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Friday, May 19, 2006

While following the various stories about the NSA and their assorted spy programs, I've read that part of their authority comes from Executive Order 12333. Being ever curious, I went looking for this EO and found it on the CIA's website. Click here to visit their page (if you dare... [Insert evil laugh here]). After reading through a bit of it, I thought I would post EO12333's Table of Contents here for those who may be interested in learning more about where some of their more favorite intelligence agencies derive their authority.

Executive Order 12333--United States intelligence activities

Source: The provisions of Executive Order 12333 of Dec. 4, 1981, appear at 46 FR 59941, 3 CFR, 1981 Comp., p. 200, unless otherwise noted.

Table of Contents

Part 1. Goals, Direction, Duties, and Responsibilities With Respect to the National Intelligence Effort
1.1 Goals
1.2 The National Security Council
1.3 National Foreign Intelligence Advisory Groups
1.4 The Intelligence Community
1.5 Director of Central Intelligence
1.6 Duties and Responsibilities of the Heads of Executive Branch Departments and Agencies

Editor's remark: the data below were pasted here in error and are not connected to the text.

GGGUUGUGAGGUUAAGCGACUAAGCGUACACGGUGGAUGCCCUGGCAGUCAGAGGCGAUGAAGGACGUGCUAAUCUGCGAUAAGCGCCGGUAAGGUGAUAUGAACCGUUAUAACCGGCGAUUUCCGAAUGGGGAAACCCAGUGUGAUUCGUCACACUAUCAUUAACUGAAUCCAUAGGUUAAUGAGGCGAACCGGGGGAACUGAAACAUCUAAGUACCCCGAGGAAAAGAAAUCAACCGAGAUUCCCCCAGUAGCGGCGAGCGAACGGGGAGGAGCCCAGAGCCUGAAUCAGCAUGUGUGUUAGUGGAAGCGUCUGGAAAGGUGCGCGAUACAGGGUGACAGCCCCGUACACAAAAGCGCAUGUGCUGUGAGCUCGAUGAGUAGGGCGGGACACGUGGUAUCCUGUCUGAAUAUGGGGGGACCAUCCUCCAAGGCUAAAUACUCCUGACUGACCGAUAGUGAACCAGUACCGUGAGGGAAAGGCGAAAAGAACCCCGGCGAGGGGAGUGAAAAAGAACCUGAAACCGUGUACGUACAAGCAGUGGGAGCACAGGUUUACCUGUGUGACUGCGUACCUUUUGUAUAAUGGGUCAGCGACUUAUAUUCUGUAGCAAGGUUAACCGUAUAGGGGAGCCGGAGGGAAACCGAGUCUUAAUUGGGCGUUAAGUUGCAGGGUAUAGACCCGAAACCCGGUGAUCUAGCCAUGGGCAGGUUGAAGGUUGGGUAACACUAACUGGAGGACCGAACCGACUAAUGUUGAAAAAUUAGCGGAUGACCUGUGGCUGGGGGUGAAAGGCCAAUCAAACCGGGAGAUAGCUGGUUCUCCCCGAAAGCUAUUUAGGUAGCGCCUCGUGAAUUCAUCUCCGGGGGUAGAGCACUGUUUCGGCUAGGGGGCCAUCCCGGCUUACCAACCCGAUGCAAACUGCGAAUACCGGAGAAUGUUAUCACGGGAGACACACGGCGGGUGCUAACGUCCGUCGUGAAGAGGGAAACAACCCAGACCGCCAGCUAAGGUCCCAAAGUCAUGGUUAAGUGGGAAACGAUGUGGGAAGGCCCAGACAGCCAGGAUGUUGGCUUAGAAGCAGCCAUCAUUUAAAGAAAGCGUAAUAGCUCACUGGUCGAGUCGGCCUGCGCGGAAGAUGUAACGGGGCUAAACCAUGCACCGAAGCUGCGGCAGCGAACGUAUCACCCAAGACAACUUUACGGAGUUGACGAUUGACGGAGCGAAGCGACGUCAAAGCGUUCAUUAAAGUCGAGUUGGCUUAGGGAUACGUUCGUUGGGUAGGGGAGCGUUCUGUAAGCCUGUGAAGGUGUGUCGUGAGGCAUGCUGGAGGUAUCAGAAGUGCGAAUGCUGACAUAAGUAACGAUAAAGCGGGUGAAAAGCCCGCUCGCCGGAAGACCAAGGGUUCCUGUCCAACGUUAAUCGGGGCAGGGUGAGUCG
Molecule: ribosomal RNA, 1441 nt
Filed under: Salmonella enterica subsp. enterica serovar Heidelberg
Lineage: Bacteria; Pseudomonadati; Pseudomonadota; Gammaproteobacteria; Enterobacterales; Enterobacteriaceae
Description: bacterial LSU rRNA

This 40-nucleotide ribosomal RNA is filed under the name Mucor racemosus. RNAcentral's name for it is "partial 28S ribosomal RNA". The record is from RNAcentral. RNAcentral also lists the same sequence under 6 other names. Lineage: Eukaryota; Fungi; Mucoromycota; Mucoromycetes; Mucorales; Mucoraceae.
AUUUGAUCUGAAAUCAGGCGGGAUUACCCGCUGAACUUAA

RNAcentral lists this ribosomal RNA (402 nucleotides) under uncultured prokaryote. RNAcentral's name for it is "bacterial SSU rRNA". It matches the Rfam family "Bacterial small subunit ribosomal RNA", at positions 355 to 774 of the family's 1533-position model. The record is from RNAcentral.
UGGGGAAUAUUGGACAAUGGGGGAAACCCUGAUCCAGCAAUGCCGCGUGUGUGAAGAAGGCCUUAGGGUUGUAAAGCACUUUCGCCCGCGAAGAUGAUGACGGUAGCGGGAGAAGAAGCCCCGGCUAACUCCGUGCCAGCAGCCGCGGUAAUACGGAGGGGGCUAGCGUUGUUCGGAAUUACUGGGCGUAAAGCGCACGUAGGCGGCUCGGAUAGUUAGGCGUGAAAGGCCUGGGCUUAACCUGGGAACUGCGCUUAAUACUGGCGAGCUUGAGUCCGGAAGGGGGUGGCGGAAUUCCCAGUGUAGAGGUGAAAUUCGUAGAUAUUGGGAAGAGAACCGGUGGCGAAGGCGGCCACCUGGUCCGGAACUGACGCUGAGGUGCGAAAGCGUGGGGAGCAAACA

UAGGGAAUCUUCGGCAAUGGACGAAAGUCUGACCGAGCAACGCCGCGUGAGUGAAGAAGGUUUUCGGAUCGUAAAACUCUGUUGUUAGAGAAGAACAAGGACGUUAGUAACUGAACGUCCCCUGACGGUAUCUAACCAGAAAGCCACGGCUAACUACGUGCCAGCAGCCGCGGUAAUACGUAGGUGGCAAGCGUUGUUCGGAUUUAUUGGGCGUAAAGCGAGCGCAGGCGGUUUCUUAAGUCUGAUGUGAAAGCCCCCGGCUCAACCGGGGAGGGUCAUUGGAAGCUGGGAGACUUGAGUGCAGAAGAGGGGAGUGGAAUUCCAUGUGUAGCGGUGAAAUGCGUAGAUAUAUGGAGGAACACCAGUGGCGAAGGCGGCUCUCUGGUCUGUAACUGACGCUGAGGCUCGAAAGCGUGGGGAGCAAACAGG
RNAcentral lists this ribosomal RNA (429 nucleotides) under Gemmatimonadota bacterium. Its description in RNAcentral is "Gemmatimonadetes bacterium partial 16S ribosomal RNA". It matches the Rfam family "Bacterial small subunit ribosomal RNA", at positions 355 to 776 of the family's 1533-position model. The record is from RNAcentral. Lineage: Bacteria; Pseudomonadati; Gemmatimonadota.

1.7 Senior Officials of the Intelligence Community
1.8 The Central Intelligence Agency
1.9 The Department of State
1.10 The Department of the Treasury
1.11 The Department of Defense
1.12 Intelligence Components Utilized by the Secretary of Defense
1.13 The Department of Energy
1.14 The Federal Bureau of Investigation
Part 2. Conduct of Intelligence Activities
2.1 Need
2.2 Purpose
2.3 Collection of Information
2.4 Collection Techniques
2.5 Attorney General Approval
2.6 Assistance to Law Enforcement Authorities
2.7 Contracting
2.8 Consistency With Other Laws
2.9 Undisclosed Participation in Organizations Within the United States
2.10 Human Experimentation
2.11 Prohibition on Assassination
2.12 Indirect Participation
Part 3. General Provisions
3.1 Congressional Oversight
3.2 Implementation
3.3 Procedures
3.4 Definitions
3.5 Purpose and Effect
3.6 Revocation
My favorite section has to be 2.1--Need. I'll reprint below for you to read:
2.1 Need. Accurate and timely information about the capabilities, intentions and activities of foreign powers, organizations, or persons and their agents is essential to informed decisionmaking in the areas of national defense and foreign relations. Collection of such information is a priority objective and will be pursued in a vigorous, innovative and responsible manner that is consistent with the Constitution and applicable law and respectful of the principles upon which the United States was founded.
Umm... Does this sound like paying lip service to you, too?


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